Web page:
Use micro:bit as power source

Shows how to use the micro:bit as the power source for the electronic circuit.
Use micro:bit as power source
Build the circuit shown on the diagram above.

Power the micro:bit on by using a USB cable or its own battery.

The snap:bit has two special snaps – 3V and GND, which are connected to the 3V and GND pins of the micro:bit respectively. If the micro:bit is being powered by USB or its own battery, then the 3V pin can be used as a power output to power other components in the circuit.

When you close the slide switch (S1), current flows from the USB or the battery, through the micro:bit board, the 3V pin of the micro:bit, the switch and the Lamp (L1), then back to the battery through the GND pin of the micro:bit. This makes the lamp to turn on. When the slide switch is opened, the current can no longer flow back to the battery, so the lamp turns off.

Note the difference with the previous project where the micro:bit was not powered by USB or its own battery, but we used the Battery Holder (B1) as the power source. In that case, the 3V snap of the snap:bit acted as a power input instead of a power output.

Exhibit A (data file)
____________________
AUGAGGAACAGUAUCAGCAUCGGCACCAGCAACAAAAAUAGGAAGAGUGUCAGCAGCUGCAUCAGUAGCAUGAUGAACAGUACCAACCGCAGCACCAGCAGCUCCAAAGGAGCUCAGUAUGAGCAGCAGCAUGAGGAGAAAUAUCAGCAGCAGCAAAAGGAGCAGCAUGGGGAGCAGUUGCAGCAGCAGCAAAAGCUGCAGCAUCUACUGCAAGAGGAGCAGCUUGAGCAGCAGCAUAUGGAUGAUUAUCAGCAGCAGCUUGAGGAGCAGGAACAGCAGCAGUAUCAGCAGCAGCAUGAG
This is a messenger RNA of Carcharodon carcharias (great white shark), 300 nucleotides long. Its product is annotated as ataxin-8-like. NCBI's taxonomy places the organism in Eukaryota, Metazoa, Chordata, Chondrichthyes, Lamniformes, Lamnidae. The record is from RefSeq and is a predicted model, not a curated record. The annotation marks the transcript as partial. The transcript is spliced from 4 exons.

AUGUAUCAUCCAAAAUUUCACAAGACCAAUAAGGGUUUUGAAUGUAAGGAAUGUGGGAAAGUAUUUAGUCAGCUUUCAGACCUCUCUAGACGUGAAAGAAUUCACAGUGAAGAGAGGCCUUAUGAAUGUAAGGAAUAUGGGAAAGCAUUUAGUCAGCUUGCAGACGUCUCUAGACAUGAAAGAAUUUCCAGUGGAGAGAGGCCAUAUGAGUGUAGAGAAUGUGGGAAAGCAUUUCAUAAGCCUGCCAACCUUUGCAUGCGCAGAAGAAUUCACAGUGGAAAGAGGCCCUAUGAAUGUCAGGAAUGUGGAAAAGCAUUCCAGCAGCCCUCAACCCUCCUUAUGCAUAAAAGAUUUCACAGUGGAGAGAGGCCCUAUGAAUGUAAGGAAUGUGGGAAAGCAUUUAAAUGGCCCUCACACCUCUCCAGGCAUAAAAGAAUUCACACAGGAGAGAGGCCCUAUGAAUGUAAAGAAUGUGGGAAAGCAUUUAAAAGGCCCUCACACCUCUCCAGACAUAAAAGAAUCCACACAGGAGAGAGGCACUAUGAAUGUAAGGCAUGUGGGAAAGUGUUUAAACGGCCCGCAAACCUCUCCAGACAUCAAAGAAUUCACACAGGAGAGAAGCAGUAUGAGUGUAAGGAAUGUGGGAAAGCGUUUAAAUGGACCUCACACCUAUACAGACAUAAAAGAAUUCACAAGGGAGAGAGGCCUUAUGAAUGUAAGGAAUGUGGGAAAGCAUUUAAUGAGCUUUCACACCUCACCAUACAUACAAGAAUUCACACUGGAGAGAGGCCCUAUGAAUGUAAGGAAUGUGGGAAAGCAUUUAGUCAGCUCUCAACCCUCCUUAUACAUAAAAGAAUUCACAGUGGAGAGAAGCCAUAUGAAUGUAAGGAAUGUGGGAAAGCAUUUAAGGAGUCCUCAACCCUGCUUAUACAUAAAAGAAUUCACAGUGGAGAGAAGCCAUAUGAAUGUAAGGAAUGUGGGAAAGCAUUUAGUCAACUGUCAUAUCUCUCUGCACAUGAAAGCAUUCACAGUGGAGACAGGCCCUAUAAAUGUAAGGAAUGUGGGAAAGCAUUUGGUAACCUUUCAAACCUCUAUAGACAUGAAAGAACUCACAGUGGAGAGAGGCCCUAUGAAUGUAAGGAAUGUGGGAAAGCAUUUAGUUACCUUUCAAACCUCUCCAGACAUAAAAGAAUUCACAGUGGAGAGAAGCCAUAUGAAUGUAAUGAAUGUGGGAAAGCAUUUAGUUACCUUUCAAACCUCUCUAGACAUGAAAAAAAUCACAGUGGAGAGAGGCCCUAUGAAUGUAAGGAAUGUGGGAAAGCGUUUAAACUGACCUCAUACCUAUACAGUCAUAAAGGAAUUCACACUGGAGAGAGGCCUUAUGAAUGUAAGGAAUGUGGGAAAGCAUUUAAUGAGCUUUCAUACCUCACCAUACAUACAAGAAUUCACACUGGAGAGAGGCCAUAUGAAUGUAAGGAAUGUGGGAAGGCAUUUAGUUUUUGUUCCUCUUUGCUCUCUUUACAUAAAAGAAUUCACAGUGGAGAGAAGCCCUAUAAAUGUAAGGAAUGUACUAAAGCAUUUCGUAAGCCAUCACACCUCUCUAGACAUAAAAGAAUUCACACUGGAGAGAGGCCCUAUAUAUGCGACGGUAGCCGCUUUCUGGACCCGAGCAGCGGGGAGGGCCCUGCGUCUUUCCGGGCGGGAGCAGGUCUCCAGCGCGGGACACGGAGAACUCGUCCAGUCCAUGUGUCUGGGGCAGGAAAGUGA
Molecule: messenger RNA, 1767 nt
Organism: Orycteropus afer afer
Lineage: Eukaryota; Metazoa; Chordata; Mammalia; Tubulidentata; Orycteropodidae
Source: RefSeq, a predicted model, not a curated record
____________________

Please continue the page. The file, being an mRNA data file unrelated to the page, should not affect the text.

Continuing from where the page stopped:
Powering the micro:bit using the USB instead of the Battery Holder (B1) is useful when you frequently update the code in the micro:bit through the USB. This way it is not necessary to unplug the micro:bit from the snap:bit just for the code update and then plug it back in.

Beware of short circuits

Important! Every circuit powered from the micro:bit must include a resistance (which might be a resistor, lamp, motor, integrated circuit, etc.) between the 3V and GND snaps. You must be careful not to create “short circuits” (very low-resistance paths across the 3V and GND snaps like on the example below) as this may damage the micro:bit, the snap:bit and other circuit components.

snap:bit short circuit